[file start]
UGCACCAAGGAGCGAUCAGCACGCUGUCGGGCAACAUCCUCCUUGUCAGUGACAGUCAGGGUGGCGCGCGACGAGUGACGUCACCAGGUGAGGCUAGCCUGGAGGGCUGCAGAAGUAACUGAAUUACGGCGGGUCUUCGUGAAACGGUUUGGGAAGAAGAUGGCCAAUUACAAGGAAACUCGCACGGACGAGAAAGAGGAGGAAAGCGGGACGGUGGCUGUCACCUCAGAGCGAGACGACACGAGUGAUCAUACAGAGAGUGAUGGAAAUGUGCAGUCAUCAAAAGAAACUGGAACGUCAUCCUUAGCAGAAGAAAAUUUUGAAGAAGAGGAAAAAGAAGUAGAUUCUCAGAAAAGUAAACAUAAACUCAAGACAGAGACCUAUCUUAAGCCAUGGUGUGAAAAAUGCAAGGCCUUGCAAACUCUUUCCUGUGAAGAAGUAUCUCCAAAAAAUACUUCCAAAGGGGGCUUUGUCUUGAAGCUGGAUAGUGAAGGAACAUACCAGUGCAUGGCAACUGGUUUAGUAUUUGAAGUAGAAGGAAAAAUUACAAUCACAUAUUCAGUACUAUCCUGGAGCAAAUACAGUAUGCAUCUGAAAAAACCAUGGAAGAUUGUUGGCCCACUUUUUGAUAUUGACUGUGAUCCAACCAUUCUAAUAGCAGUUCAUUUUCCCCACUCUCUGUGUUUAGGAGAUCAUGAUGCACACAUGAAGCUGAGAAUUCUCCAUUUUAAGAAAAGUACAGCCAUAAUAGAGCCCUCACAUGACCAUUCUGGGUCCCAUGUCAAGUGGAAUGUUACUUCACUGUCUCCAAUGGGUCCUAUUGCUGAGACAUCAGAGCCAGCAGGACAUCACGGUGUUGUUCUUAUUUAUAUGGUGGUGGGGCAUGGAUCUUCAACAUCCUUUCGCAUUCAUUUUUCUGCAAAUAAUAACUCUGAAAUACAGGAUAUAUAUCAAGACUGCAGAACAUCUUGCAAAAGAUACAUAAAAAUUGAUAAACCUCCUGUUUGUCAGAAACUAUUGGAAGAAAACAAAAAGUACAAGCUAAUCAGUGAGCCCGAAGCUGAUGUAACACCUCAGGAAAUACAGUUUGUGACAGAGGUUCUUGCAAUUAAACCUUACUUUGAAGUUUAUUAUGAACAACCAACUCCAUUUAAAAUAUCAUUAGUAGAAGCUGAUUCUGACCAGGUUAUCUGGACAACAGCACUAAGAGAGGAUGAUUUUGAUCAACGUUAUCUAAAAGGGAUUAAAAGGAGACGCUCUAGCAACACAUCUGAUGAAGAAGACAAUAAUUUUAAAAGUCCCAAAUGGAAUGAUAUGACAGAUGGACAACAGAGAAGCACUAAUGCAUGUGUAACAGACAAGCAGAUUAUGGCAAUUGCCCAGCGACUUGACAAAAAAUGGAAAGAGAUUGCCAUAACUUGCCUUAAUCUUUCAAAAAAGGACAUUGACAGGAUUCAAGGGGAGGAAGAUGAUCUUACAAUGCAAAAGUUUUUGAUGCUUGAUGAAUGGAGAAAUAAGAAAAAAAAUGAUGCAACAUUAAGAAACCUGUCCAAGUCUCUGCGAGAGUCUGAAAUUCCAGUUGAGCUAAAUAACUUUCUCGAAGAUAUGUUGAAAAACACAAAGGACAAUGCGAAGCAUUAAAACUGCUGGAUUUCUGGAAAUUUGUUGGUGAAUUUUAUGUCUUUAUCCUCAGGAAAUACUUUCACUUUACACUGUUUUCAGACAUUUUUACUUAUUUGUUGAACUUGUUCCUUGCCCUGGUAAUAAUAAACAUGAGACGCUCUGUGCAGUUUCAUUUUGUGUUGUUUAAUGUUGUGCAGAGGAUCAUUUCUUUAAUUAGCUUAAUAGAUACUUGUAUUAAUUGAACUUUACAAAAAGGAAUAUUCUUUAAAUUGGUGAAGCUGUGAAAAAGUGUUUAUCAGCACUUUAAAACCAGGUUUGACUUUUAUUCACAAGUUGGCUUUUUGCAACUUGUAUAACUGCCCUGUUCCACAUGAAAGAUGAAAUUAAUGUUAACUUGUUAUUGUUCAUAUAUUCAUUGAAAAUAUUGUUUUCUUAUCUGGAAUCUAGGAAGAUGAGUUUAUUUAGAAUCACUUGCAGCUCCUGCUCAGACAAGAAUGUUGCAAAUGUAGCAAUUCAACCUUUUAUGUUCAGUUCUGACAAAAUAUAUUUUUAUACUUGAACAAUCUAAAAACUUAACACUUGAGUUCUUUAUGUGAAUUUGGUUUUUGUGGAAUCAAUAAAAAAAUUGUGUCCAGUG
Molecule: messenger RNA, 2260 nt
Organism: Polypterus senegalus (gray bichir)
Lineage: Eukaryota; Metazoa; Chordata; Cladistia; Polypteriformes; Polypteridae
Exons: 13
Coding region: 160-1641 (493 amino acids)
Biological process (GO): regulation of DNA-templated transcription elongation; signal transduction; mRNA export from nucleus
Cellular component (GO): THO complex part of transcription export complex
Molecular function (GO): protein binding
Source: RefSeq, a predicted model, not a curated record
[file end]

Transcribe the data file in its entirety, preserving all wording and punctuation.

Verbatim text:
UGCACCAAGGAGCGAUCAGCACGCUGUCGGGCAACAUCCUCCUUGUCAGUGACAGUCAGGGUGGCGCGCGACGAGUGACGUCACCAGGUGAGGCUAGCCUGGAGGGCUGCAGAAGUAACUGAAUUACGGCGGGUCUUCGUGAAACGGUUUGGGAAGAAGAUGGCCAAUUACAAGGAAACUCGCACGGACGAGAAAGAGGAGGAAAGCGGGACGGUGGCUGUCACCUCAGAGCGAGACGACACGAGUGAUCAUACAGAGAGUGAUGGAAAUGUGCAGUCAUCAAAAGAAACUGGAACGUCAUCCUUAGCAGAAGAAAAUUUUGAAGAAGAGGAAAAAGAAGUAGAUUCUCAGAAAAGUAAACAUAAACUCAAGACAGAGACCUAUCUUAAGCCAUGGUGUGAAAAAUGCAAGGCCUUGCAAACUCUUUCCUGUGAAGAAGUAUCUCCAAAAAAUACUUCCAAAGGGGGCUUUGUCUUGAAGCUGGAUAGUGAAGGAACAUACCAGUGCAUGGCAACUGGUUUAGUAUUUGAAGUAGAAGGAAAAAUUACAAUCACAUAUUCAGUACUAUCCUGGAGCAAAUACAGUAUGCAUCUGAAAAAACCAUGGAAGAUUGUUGGCCCACUUUUUGAUAUUGACUGUGAUCCAACCAUUCUAAUAGCAGUUCAUUUUCCCCACUCUCUGUGUUUAGGAGAUCAUGAUGCACACAUGAAGCUGAGAAUUCUCCAUUUUAAGAAAAGUACAGCCAUAAUAGAGCCCUCACAUGACCAUUCUGGGUCCCAUGUCAAGUGGAAUGUUACUUCACUGUCUCCAAUGGGUCCUAUUGCUGAGACAUCAGAGCCAGCAGGACAUCACGGUGUUGUUCUUAUUUAUAUGGUGGUGGGGCAUGGAUCUUCAACAUCCUUUCGCAUUCAUUUUUCUGCAAAUAAUAACUCUGAAAUACAGGAUAUAUAUCAAGACUGCAGAACAUCUUGCAAAAGAUACAUAAAAAUUGAUAAACCUCCUGUUUGUCAGAAACUAUUGGAAGAAAACAAAAAGUACAAGCUAAUCAGUGAGCCCGAAGCUGAUGUAACACCUCAGGAAAUACAGUUUGUGACAGAGGUUCUUGCAAUUAAACCUUACUUUGAAGUUUAUUAUGAACAACCAACUCCAUUUAAAAUAUCAUUAGUAGAAGCUGAUUCUGACCAGGUUAUCUGGACAACAGCACUAAGAGAGGAUGAUUUUGAUCAACGUUAUCUAAAAGGGAUUAAAAGGAGACGCUCUAGCAACACAUCUGAUGAAGAAGACAAUAAUUUUAAAAGUCCCAAAUGGAAUGAUAUGACAGAUGGACAACAGAGAAGCACUAAUGCAUGUGUAACAGACAAGCAGAUUAUGGCAAUUGCCCAGCGACUUGACAAAAAAUGGAAAGAGAUUGCCAUAACUUGCCUUAAUCUUUCAAAAAAGGACAUUGACAGGAUUCAAGGGGAGGAAGAUGAUCUUACAAUGCAAAAGUUUUUGAUGCUUGAUGAAUGGAGAAAUAAGAAAAAAAAUGAUGCAACAUUAAGAAACCUGUCCAAGUCUCUGCGAGAGUCUGAAAUUCCAGUUGAGCUAAAUAACUUUCUCGAAGAUAUGUUGAAAAACACAAAGGACAAUGCGAAGCAUUAAAACUGCUGGAUUUCUGGAAAUUUGUUGGUGAAUUUUAUGUCUUUAUCCUCAGGAAAUACUUUCACUUUACACUGUUUUCAGACAUUUUUACUUAUUUGUUGAACUUGUUCCUUGCCCUGGUAAUAAUAAACAUGAGACGCUCUGUGCAGUUUCAUUUUGUGUUGUUUAAUGUUGUGCAGAGGAUCAUUUCUUUAAUUAGCUUAAUAGAUACUUGUAUUAAUUGAACUUUACAAAAAGGAAUAUUCUUUAAAUUGGUGAAGCUGUGAAAAAGUGUUUAUCAGCACUUUAAAACCAGGUUUGACUUUUAUUCACAAGUUGGCUUUUUGCAACUUGUAUAACUGCCCUGUUCCACAUGAAAGAUGAAAUUAAUGUUAACUUGUUAUUGUUCAUAUAUUCAUUGAAAAUAUUGUUUUCUUAUCUGGAAUCUAGGAAGAUGAGUUUAUUUAGAAUCACUUGCAGCUCCUGCUCAGACAAGAAUGUUGCAAAUGUAGCAAUUCAACCUUUUAUGUUCAGUUCUGACAAAAUAUAUUUUUAUACUUGAACAAUCUAAAAACUUAACACUUGAGUUCUUUAUGUGAAUUUGGUUUUUGUGGAAUCAAUAAAAAAAUUGUGUCCAGUG
Molecule: messenger RNA, 2260 nt
Organism: Polypterus senegalus (gray bichir)
Lineage: Eukaryota; Metazoa; Chordata; Cladistia; Polypteriformes; Polypteridae
Exons: 13
Coding region: 160-1641 (493 amino acids)
Biological process (GO): regulation of DNA-templated transcription elongation; signal transduction; mRNA export from nucleus
Cellular component (GO): THO complex part of transcription export complex
Molecular function (GO): protein binding
Source: RefSeq, a predicted model, not a curated record